Life continued. I went back to Catholic school the next day and stared blankly at a blood-covered Christ in the chapel. Something in me was different. I now knew the world can be ruthless, that the primitive rhythm of death dictates the tempo of our existence. Egoyan’s yellow bus, full of busy children who are unknowingly about to perish, struck close to home, and a bodily memory awoke in me, an affective storm that paralysed me. At the same time, though, the film provided an aesthetic experience that verged on the sublime. Egoyan finds peace in death. The snowy landscape, immaculate and immense, make the characters look minuscule, the yellow bus a mere speck in the wheel of time. However, while revisiting The Sweet Hereafter and remembering Olegaria’s story to write this essay I was overcome by an extra affective layer, anger. Like Stephens, I believe someone, somewhere is responsible for the sudden end of a child’s life. My mind went back to Catholic school, to my younger self looking at Christ’s punctured side, at the stream of blood flowing from his feet, and asking a simple question: “Why on Earth?”.

It is the same question I would ask ten years later, a few months before watching The Sweet Hereafter. My friend Francisco was barely 19 when he died. He was tall, a gentle guitar-playing giant, a Holden Caulfield sort of guy. He was in a good place. He had ended a long relationship and was starting a new one with a girl who was sweet and cheerful and younger than him. I was chatting with Francisco on a Saturday afternoon. Being graphic novel fans, we were discussing Neil Gaiman and Alan Moore. He told me he had to go offline to pick up his girlfriend. I was so happy for him. I got a call from a mutual friend three or four hours later. She was at hospital, where Francisco had been taken after surviving a car crash a mere half hour after I had chatted to him online. He had lost control of his car on a curve and smashed into a concrete wall. He got out of the car apparently unscathed. He got home, sat down, and his body started to shut down. Heart, lung, liver, kidney. A symphony of organs bursting inside his cavities. Francisco silently bleeding to death. An ambulance. An inexperienced doctor slicing Francisco open and not knowing what to do. Another ambulance and another waiting room. Family and friends pretending to read magazines, pretending that Francisco would be alright, pretending that this wasn’t an anticipated funeral. Dozens of us went into a room to donate blood. We called healthy friends in the middle of the night, asking for blood, like a hoard of generous vampires. A river of life flowing towards what was in reality certain death.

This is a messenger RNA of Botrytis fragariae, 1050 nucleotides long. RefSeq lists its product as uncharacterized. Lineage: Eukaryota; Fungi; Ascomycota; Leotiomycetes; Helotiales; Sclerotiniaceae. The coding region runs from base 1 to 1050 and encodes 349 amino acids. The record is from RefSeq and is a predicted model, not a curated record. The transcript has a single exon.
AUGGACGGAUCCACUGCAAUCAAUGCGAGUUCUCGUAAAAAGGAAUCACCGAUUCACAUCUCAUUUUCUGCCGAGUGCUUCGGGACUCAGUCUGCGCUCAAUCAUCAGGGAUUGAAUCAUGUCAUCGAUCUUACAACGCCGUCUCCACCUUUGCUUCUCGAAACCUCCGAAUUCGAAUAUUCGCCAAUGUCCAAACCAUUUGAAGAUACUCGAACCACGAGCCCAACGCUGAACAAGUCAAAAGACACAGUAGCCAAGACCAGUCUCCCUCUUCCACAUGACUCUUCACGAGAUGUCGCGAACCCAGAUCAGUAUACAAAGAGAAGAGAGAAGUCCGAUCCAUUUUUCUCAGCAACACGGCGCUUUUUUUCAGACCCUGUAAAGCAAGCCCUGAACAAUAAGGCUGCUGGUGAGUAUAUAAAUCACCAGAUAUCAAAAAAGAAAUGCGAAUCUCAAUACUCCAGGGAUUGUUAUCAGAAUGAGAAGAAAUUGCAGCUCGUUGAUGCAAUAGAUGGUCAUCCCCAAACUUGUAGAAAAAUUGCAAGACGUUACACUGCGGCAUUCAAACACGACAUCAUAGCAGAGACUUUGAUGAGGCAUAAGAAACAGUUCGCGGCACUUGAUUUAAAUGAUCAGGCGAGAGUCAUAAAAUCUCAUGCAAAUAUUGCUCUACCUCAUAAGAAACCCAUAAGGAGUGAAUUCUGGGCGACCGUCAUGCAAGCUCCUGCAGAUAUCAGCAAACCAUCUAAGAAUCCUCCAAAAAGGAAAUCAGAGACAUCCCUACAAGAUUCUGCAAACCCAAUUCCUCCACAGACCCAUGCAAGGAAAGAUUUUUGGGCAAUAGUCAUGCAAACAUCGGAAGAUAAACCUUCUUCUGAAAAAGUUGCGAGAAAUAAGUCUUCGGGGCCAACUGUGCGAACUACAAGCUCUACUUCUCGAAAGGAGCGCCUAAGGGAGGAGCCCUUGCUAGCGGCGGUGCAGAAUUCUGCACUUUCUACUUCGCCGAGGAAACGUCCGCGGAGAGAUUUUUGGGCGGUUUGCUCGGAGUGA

Francisco died the following morning. I replayed our last conversation hundreds of times, keeping it to myself, the unwanted guardian of Francisco’s last words. The same question, like a chisel sculpting ice: “Why on Earth?”. Francisco, another child torn apart by the deadly marriage of metal and flesh.